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Republicans Consider Ending Moratorium On Nuclear Power Plants

Prohibition On New Plans Was Established In 1983

Nuclear Regulatory Commission (CC-BY-NC-ND)

Republican lawmakers are reviving a long-discussed plan to lift Wisconsin’s moratorium on new nuclear power plants.

The moratorium enacted in 1983 prevents the creation of new nuclear plants until a federal facility is built that’s capable of handling all spent nuclear fuel. It also requires that any new nuclear plant be economically advantageous to ratepayers.

At a public hearing, backers of the plan to end the moratorium, like University of Wisconsin-Madison Nuclear Engineering Professor Paul Wilson, said that Wisconsin has become increasingly reliant on coal-fired power plants that emit carbon into the atmosphere.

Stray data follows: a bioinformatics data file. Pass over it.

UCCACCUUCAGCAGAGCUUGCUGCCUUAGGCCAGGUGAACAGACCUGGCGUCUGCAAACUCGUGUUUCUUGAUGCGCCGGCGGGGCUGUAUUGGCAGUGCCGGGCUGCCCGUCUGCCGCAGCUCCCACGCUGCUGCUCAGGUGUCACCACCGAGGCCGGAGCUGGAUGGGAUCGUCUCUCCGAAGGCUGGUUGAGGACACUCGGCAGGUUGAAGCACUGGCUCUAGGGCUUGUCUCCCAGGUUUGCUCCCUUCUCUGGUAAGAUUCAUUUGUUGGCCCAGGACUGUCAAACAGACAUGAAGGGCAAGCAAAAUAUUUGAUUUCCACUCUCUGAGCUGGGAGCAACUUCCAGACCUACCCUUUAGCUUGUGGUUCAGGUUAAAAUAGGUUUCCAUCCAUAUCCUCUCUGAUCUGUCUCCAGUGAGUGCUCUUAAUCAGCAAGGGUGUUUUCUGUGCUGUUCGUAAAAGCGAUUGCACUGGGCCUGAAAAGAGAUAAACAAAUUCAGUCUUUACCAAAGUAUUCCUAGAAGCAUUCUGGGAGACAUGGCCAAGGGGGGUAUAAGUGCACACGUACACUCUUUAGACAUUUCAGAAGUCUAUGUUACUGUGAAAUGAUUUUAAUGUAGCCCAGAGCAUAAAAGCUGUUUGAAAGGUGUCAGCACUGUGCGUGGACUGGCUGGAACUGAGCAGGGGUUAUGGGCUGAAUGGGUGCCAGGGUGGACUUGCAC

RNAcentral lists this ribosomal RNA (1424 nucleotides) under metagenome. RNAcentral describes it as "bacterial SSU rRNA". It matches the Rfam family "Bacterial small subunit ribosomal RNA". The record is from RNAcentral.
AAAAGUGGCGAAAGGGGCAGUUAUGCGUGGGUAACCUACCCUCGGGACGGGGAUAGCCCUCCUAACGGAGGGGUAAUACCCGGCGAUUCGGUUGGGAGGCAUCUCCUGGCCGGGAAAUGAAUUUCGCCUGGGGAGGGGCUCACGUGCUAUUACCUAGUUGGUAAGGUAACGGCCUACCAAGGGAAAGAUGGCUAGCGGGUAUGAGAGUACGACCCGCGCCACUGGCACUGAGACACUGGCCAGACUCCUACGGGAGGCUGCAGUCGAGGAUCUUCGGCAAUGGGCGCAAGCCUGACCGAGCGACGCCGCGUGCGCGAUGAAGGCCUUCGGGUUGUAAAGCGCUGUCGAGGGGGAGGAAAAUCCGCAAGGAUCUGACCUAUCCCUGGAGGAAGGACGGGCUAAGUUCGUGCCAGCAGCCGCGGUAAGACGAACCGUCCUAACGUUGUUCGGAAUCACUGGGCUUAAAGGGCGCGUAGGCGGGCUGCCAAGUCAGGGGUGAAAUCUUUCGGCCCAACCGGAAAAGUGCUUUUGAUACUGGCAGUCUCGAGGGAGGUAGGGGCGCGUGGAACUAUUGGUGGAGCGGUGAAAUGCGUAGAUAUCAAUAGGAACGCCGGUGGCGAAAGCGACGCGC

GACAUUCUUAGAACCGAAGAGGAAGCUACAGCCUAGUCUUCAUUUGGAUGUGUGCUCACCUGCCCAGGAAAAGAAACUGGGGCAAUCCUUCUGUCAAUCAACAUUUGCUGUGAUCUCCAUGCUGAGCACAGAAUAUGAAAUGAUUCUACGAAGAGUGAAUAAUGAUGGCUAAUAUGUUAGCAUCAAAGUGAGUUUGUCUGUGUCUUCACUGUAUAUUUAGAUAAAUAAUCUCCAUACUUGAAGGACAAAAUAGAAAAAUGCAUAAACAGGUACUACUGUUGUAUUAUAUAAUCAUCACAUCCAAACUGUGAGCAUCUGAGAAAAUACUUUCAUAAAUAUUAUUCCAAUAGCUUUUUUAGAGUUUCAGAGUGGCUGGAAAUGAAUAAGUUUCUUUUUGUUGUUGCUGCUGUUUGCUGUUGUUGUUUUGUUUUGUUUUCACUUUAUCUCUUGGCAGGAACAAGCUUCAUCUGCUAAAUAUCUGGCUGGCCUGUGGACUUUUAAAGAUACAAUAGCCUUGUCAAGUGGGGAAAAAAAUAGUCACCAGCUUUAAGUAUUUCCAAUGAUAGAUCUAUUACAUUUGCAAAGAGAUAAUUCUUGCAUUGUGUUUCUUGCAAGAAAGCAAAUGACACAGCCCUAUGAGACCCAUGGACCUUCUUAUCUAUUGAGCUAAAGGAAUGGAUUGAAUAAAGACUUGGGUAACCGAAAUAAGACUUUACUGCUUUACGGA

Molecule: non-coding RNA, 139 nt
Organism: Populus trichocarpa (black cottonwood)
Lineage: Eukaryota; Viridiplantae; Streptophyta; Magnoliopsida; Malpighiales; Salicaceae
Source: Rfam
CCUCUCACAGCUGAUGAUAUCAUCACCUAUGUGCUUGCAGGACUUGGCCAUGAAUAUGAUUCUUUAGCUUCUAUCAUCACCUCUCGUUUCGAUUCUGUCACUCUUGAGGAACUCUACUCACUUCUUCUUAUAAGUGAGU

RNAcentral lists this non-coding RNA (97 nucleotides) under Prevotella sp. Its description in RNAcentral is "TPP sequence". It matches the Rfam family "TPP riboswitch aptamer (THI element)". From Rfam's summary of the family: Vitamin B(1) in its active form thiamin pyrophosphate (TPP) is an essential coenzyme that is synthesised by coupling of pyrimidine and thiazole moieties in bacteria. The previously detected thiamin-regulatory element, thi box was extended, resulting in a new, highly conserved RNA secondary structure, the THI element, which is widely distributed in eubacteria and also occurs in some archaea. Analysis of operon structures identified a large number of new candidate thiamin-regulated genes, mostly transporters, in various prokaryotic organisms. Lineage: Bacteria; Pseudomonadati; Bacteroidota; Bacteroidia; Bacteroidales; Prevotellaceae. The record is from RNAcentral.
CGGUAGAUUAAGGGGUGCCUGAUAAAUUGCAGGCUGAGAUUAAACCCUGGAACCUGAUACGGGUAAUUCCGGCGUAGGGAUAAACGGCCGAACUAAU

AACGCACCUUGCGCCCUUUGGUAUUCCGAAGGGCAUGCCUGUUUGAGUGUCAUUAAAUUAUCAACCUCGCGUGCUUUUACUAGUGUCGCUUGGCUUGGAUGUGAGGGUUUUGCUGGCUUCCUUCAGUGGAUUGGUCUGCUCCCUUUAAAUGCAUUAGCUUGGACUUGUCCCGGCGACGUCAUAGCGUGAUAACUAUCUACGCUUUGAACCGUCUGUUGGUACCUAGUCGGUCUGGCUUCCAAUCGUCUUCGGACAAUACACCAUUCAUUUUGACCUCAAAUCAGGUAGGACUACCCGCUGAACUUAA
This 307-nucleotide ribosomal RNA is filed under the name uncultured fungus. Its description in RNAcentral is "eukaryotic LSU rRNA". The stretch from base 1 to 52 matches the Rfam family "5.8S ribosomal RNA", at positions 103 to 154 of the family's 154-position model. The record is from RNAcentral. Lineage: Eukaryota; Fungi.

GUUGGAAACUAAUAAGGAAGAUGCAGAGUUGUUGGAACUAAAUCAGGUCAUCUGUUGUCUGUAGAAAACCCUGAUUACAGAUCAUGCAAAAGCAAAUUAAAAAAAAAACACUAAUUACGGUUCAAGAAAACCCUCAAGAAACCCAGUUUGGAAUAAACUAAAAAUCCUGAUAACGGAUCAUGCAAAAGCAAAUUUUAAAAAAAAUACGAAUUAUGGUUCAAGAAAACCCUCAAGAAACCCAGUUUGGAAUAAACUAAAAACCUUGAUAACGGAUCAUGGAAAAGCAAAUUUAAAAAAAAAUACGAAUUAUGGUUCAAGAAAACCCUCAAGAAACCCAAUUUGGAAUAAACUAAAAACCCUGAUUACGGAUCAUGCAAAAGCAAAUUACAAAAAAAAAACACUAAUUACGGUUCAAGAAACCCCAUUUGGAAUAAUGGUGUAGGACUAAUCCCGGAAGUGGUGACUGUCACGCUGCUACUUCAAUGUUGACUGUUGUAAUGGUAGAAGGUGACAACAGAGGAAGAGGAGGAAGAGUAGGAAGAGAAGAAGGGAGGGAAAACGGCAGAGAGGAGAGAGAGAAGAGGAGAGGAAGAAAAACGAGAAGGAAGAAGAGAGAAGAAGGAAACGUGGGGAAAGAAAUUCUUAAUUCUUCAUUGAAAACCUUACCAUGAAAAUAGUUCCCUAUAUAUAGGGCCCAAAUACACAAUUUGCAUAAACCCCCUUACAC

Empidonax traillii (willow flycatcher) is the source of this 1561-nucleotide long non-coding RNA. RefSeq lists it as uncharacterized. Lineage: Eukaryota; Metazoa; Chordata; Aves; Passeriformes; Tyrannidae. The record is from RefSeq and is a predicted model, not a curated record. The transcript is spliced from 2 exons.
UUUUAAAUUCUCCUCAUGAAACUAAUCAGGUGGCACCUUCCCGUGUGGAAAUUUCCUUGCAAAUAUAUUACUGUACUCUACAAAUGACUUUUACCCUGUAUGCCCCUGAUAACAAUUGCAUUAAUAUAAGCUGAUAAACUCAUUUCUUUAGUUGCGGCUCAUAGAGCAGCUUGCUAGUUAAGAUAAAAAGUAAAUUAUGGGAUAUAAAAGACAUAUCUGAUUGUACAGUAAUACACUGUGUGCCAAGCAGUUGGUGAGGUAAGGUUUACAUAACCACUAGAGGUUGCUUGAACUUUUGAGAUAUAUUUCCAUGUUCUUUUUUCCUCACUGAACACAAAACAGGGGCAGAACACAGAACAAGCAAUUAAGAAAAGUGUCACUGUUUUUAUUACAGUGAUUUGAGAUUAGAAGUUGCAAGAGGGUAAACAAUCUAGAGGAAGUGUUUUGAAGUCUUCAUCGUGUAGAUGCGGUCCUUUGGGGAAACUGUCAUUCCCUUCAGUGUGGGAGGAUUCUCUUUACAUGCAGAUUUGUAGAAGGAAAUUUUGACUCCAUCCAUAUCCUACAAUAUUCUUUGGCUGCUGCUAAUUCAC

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“The irony of the current policy is that in its effect, for approximately 30 years, the state of Wisconsin has provided an incentive for the emission of airborne pollutants from fossil fuels, instead of the generation of small quantities of carefully tracked and well-contained used nuclear fuel,” said Wilson.

Unions also support the plan. The environmental group Clean Wisconsin opposes it, saying it distracts from renewable energy efforts and that there’s still no long-term solution to storing nuclear waste.